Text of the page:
Pueblo voters will not be asked to decide the future of the city's controversial monument honoring Christopher Columbus. On Monday night Pueblo’s city council voted unanimously to continue mediation between supporters and opponents of the statue, rather than put the question of whether it should remain in its current location on the November ballot.
The bronze-topped memorial in the center of town is defended by Italian Americans in the city as a memorial to their heritage, while some Latinos, Native Americans and others criticize it as a reminder of his role in the violent enslavement of their ancestors. More recently, it has been the site of frequent protests and demonstrations over colonialism, police violence and racism since the killing of George Floyd in May.
The city hired a mediator in early August to try to find agreement over what to do with the statue. When they reached an impasse recently, the idea was floated to instead let voters weigh in.
Some opponents of the statue argued that leaving the decision to voters would only escalate tensions, while others said it would be wrong to put a question on the legacy of racism to a vote.
“All of those who defend this statue in any way, shape or form are upholding white supremacy and settler colonialism as a value of this community with your continued actions and inaction. You are upholding genocide of native people as honorable, week after week as protestors gather to say no,” said Theresa M. Trujillo, the lead negotiator representing the indigenous community.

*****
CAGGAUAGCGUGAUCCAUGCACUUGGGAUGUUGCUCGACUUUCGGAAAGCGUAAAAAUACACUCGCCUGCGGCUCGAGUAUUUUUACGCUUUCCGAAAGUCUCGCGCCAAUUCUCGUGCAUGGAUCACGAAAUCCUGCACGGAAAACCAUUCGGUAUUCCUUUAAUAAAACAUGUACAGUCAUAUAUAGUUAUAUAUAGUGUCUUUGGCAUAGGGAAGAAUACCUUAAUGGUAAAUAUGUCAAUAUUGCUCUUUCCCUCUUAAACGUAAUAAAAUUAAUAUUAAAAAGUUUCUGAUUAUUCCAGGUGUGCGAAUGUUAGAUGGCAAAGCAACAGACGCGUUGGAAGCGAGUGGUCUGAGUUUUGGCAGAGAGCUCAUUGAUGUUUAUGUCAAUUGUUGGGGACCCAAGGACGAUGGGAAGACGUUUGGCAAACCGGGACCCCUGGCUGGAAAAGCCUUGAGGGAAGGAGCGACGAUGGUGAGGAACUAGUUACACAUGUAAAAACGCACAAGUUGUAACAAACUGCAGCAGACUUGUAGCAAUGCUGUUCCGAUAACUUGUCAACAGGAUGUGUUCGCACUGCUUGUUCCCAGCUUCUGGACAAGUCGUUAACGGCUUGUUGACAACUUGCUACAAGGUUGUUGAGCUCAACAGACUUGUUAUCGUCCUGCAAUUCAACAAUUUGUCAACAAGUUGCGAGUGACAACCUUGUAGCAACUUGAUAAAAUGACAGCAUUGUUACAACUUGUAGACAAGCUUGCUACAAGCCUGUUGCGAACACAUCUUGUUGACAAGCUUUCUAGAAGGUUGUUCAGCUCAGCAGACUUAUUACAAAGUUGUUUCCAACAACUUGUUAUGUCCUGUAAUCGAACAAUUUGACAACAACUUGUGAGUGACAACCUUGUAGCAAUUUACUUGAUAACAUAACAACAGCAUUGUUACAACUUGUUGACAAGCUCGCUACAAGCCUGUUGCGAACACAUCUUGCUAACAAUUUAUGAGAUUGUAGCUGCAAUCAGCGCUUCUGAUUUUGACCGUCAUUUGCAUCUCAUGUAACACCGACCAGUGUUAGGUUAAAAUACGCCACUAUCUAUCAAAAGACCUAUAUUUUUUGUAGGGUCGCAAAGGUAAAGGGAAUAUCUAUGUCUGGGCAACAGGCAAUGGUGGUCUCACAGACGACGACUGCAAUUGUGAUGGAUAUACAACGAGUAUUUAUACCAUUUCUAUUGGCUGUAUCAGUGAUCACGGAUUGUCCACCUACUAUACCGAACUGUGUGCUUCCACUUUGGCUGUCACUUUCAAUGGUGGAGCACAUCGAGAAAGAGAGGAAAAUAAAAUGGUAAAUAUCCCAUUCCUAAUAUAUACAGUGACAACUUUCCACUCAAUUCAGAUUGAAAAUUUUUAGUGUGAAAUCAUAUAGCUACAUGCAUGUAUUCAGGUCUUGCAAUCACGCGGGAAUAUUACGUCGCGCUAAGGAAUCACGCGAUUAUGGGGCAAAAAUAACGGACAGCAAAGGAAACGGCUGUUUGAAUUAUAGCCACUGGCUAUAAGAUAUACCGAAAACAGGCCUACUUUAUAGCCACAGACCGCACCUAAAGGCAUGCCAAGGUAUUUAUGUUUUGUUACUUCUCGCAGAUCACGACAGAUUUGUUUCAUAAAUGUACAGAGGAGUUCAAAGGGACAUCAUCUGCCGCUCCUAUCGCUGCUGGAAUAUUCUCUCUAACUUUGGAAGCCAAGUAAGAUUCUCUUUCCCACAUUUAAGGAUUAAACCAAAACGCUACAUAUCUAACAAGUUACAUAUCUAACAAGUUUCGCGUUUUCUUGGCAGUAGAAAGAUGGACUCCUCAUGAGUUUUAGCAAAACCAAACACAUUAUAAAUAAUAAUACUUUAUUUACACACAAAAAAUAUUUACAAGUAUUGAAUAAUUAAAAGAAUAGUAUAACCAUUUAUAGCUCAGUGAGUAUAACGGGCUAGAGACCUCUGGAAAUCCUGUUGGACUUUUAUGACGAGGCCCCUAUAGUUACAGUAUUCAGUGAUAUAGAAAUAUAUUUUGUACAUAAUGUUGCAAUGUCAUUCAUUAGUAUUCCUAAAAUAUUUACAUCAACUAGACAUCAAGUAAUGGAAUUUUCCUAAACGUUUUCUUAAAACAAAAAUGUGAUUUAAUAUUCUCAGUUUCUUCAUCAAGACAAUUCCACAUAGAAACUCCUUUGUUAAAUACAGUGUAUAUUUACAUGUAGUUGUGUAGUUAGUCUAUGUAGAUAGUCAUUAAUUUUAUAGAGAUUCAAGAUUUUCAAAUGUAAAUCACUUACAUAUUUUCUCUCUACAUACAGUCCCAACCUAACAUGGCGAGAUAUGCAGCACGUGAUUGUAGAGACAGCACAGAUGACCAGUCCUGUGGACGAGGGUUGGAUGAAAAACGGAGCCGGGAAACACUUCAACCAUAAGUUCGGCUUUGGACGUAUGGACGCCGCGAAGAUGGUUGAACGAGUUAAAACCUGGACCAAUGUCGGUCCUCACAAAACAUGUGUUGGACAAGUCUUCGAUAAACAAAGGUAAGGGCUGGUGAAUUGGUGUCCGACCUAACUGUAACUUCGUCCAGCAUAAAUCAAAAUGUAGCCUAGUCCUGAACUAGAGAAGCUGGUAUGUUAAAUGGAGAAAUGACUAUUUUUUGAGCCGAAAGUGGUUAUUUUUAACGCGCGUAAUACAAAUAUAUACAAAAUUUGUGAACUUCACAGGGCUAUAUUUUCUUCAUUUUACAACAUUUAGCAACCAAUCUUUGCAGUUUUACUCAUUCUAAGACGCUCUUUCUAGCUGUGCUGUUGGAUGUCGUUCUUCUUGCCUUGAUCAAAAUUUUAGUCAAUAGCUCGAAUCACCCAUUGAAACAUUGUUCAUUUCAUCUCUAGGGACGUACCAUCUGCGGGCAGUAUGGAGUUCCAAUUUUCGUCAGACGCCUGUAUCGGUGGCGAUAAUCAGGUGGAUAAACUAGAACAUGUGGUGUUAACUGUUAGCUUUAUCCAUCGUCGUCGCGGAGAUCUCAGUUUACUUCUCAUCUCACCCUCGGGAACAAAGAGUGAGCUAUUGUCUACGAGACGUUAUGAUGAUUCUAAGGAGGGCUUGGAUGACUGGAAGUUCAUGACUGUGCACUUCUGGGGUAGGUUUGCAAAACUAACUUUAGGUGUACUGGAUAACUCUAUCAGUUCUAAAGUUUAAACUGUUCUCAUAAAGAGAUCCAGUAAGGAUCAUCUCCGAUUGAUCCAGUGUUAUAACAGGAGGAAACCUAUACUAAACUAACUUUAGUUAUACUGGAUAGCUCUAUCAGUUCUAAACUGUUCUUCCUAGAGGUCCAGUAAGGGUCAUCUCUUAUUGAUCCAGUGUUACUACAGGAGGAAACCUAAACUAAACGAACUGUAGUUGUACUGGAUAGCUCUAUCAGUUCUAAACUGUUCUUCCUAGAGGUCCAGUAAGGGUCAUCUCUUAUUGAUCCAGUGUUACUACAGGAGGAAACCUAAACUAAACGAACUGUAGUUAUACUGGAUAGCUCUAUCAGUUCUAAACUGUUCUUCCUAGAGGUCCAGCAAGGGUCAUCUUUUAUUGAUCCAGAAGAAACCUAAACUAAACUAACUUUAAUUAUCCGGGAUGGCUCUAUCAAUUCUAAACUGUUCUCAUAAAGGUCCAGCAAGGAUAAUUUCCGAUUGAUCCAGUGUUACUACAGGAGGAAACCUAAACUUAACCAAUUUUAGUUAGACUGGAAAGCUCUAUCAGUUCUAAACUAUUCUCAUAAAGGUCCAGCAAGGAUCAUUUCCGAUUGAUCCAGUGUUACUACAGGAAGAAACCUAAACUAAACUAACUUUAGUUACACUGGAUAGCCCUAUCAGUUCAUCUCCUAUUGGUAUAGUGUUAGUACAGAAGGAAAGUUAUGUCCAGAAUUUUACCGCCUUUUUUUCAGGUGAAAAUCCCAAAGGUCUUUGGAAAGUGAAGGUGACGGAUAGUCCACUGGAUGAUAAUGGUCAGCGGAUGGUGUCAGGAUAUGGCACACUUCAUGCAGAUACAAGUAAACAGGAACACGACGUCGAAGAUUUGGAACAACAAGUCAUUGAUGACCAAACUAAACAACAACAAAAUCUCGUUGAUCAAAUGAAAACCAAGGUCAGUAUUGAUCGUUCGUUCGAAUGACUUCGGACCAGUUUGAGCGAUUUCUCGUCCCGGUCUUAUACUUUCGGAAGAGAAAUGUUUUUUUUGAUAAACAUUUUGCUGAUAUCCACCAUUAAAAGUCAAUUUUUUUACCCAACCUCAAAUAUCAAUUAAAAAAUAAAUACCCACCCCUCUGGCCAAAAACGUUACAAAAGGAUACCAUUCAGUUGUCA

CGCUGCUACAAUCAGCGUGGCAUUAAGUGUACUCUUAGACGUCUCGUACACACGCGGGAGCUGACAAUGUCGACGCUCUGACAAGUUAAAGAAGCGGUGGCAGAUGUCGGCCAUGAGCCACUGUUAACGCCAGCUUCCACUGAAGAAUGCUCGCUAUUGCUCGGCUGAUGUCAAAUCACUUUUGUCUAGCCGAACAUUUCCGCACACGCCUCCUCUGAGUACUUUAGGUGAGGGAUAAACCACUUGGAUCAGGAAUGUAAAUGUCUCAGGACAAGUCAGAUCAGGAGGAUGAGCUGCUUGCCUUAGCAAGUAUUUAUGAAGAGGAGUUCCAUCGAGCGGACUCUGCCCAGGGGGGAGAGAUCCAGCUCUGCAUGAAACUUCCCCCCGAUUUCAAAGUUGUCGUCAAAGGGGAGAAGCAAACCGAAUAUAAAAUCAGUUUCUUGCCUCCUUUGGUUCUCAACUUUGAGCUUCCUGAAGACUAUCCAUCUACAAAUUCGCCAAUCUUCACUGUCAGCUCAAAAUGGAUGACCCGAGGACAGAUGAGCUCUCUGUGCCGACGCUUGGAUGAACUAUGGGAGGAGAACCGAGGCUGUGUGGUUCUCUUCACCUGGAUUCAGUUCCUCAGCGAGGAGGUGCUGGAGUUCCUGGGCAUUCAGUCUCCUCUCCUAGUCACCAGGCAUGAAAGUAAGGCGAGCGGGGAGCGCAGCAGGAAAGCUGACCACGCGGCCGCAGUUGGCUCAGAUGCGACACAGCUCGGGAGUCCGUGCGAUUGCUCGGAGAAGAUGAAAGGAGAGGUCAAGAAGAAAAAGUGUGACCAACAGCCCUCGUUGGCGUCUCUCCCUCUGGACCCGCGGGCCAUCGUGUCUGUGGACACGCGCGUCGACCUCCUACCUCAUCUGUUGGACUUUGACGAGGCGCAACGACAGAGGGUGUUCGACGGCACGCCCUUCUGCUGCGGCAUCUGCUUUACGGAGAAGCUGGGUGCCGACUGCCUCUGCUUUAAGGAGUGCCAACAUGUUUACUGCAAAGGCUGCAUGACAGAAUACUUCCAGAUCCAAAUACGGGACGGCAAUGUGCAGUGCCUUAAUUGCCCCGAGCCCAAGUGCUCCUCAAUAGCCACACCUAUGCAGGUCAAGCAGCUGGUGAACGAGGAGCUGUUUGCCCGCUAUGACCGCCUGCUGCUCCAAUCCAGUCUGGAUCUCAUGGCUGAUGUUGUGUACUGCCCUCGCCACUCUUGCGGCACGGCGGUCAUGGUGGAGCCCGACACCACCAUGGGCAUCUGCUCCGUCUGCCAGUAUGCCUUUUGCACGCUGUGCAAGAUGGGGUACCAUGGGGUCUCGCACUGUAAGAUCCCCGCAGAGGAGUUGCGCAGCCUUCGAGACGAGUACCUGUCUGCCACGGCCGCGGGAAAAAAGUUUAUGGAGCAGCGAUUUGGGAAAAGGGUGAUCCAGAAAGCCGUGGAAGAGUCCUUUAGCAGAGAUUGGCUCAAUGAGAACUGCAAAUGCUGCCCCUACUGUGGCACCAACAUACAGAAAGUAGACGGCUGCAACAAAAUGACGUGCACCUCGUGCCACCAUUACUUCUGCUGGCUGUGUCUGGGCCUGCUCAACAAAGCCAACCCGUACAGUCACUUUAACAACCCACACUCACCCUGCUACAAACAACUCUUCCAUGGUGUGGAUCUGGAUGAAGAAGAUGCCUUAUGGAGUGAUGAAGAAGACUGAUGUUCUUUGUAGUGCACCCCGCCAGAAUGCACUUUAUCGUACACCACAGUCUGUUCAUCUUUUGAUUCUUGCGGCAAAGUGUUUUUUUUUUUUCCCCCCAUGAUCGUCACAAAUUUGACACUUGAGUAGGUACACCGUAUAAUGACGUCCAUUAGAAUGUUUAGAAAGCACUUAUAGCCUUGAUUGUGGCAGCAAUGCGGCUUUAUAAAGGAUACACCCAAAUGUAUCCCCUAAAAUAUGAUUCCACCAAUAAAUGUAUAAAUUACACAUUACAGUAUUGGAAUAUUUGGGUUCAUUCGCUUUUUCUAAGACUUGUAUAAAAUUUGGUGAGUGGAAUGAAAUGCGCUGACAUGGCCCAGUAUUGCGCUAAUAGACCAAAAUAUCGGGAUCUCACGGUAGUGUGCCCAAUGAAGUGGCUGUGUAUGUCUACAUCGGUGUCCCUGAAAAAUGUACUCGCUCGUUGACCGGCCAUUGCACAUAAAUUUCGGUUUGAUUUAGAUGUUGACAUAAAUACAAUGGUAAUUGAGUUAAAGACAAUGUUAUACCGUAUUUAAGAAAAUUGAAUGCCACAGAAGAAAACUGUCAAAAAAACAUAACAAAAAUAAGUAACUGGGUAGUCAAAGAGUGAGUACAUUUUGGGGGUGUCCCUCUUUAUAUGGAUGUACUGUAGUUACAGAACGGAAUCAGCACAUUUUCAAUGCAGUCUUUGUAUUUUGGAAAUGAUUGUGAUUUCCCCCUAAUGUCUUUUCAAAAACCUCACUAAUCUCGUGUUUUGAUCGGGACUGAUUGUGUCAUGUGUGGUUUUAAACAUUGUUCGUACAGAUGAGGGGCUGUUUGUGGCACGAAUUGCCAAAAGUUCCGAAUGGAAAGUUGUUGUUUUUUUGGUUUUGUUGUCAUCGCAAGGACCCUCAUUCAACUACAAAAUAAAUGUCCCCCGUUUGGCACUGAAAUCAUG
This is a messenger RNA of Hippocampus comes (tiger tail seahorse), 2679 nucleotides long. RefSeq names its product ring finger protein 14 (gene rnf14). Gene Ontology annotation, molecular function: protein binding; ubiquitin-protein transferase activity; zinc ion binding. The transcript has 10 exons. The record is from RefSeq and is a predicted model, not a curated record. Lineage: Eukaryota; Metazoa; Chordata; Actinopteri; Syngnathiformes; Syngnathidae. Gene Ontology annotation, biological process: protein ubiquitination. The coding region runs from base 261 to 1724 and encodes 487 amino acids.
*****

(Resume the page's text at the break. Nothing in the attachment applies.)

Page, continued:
She said groups will pause statue-related protests if the city covers it, or replaces it.
The head of Pueblo’s city council, Dennis Flores, said he’s working with the mediator in the hope of getting all sides, including members of the Italian community, to agree to expand the area around the statue into an outdoor museum. Flores' idea is to give the land to the neighboring Rawlings Library as part of an outdoor exhibit that would also include statues of Martin Luther King Jr, Emmett Till and a monument to the Indigenous community.
Nick Gradisar, Pueblo’s Democratic mayor, also wanted to avoid a fight at the ballot.
“If the people vote to take it down or keep it up that's not going to solve it. The problem is going to be solved by these interested parties coming to an agreement and saying, this is how we're going to move forward,” said Gradisar, who worried an up or down vote would be divisive.
While the mayor said he thinks most Pueblo residents don’t care what happens to the statue one way or the other, he understands the issue is deeply emotional for some.
“I'm not going to defend Christopher Columbus here tonight,” he said at Monday’s council meeting. “Nor am I going to blame him for all the ills that exist in America.”
Pueblo’s bronze bust was installed in 1905, the same year the national Sons of Italy organization was formed to provide support for new immigrants. A statue of Christopher Columbus in Denver was pulled down in late June, making Pueblo’s the last one standing in the state.
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